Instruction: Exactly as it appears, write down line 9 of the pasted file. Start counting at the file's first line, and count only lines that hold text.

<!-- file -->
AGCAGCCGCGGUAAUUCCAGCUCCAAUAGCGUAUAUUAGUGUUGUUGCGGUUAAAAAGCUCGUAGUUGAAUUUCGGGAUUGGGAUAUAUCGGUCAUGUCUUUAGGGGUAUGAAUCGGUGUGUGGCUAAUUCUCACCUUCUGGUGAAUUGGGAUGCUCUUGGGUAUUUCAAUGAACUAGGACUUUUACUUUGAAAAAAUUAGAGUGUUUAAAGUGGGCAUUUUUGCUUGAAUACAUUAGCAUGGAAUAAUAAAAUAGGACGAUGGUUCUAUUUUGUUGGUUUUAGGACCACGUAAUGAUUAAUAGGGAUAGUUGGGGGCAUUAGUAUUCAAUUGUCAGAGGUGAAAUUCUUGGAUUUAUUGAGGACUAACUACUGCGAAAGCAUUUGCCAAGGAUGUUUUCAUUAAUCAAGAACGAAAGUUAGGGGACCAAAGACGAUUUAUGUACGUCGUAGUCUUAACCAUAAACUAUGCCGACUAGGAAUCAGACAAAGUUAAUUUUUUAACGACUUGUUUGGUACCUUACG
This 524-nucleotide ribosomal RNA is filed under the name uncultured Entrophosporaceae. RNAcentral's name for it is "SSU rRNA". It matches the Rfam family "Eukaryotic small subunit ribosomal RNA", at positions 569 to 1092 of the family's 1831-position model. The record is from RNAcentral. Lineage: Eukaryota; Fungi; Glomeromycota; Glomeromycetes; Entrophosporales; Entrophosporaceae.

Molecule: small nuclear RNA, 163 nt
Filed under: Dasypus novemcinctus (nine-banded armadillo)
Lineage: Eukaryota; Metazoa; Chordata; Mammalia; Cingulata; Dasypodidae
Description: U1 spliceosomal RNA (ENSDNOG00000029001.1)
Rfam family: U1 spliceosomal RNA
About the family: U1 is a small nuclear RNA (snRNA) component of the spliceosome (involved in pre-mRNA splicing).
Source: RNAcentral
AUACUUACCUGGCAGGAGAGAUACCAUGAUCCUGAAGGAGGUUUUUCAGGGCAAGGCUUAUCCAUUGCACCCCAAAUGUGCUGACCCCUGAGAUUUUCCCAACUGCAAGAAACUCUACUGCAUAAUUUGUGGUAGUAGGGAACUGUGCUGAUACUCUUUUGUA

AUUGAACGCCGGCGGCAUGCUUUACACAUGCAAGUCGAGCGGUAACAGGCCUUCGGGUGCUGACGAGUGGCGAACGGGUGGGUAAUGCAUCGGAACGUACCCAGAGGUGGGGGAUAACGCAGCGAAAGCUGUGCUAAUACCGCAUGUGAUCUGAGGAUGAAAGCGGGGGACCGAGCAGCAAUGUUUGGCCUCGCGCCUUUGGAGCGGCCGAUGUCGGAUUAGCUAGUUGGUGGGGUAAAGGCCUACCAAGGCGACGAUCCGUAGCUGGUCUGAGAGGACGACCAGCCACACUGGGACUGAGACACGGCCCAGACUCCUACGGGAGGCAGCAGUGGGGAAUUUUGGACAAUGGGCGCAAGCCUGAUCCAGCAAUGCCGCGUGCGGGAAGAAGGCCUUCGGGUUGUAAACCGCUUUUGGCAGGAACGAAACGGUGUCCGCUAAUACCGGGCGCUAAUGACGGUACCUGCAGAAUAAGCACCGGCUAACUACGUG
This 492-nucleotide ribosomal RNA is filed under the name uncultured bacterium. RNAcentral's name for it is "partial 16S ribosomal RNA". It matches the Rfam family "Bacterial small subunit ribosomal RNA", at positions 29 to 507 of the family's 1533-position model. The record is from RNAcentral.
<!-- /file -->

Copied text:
Source: RNAcentral